"I’d like to do both but I really liked directing this film." 


  • Since you like directing so well are there any other projects coming in the future?

"I might be doing a screenplay I wrote years ago called 'Street Urchins', which is like a modern day Oliver Twist."

“There’s a few others I’d like to work on as well, and even get back to doing a little acting”.

Billy also mentioned the possibility of working with Fox on a project.


  •  EZ wanted to know, would you work with Maricel again?

    "Oh Yes, I love her she's great."

  • What director inspires you the most?

"For one, Martin Scorcese, because he promotes energy and harmony with his casts and makes sure they’re not uptight or afraid. Franc Rodham (from 'War Party' Billy’s first starring role), Abel Ferrara (from 'Bodysnatchers' in which he starred), and the late great Herb Ross, (he had small but important a role in 'Boys On The Side')."


  • What was the “vibe” with the cast and crew while shooting such a dark movie?

“Not dark at all! We had a blast! Each person was full of positive energy, the cast & crew were very upbeat, and positive.  We had a blast and acted as a family.  We all went to Sundance together, and shared a condo and camped out on the floors, and loved it!. It was like a dream. Nothing went wrong while shooting, not even a rain day!”  And proceeded to say, “Knock Wood!”


  • Since you have been to Sundance before as an actor, how did it feel to take your own baby to “The Dance”?

 “At first I was excited and had an adrenalin rush…until I was on the plane. Then I got this overwhelming feeling of…uh…”I f*&*ng freaked! And, with that came another adrenalin rush!” Billy said with such electricity.  His eyes were absolutely beaming.

  “I felt like I was the quarterback in a Superbowl”!  

  • We heard you say you’d also like to direct an “urban action comedy”, and since this movie had such strong dramatic content The Zone would like to know, Can Billy Wirth be funny?

“Yes”! Billy exclaimed, “I can!”

So from going from a serious topic of drug addiction, Billy stated, “it’s time to ‘hopefully’ be funny”


We exchanged kudos, handshakes and since we are women, Hugs, and ended our night with a few jokes and laughs with him.  Billy Wirth is definitely one to watch.  We must say a very enjoyable interview as well.  Keep your eyes on this guy as he makes his climb to the top; this guy is “Star Quality”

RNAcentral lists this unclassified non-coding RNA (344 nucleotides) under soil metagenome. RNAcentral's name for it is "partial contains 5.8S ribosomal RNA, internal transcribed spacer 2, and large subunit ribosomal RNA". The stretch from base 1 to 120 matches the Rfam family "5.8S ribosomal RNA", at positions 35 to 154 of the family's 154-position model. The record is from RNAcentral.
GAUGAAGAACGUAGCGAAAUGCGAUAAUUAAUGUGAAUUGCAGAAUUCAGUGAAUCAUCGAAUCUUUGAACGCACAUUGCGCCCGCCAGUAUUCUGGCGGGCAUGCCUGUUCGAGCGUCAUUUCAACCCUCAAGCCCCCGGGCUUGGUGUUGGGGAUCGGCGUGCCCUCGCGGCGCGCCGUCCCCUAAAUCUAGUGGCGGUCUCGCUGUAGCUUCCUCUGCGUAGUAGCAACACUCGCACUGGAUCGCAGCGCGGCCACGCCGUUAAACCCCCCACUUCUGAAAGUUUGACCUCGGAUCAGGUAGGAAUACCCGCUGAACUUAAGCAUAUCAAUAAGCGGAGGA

Zone's Eye View

By Robin Fox


MacArthur Park

Directed by Billy Wirth

Run Time 86 minutes

Language English

MPAA: This Film Has Not Been Rated


Stars Thomas Jefferson Byrd

         Brandon Adams

         Ellen Cleghorne

         Carlton Wilborn


MacArthur Park is a well-scripted piece of reality of the homeless plight in most major cities.  Crack addicts, and drunks line the parks streets, and riddle them lifeless, as the homed walk by without a clue.  Billy Wirth director, has definitely found his calling, after years of acting, he honed in on some of the skills of past directors.   Billy told EZ that he admired directors such as Franc Rodham, & Herb Ross, both these directors had the helm in two of his movies in which Billy acted. 

The camera moved you to a degree as you felt you were right there in the park.   Each character was strong and according to Mr. Wirth he allowed them some leeway to ad-lib lines to make the impact the success of this film.

Based on a true story of an incredibly talented writer, Tyrone Atkins, shares his life, his struggles, and his achievements with the world, & I for one am truly grateful.  One could learn from watching, that this person has a definite way to making sure he has your attention, sure you want to look away, and not look back but this reporter walked away with the lesson of life.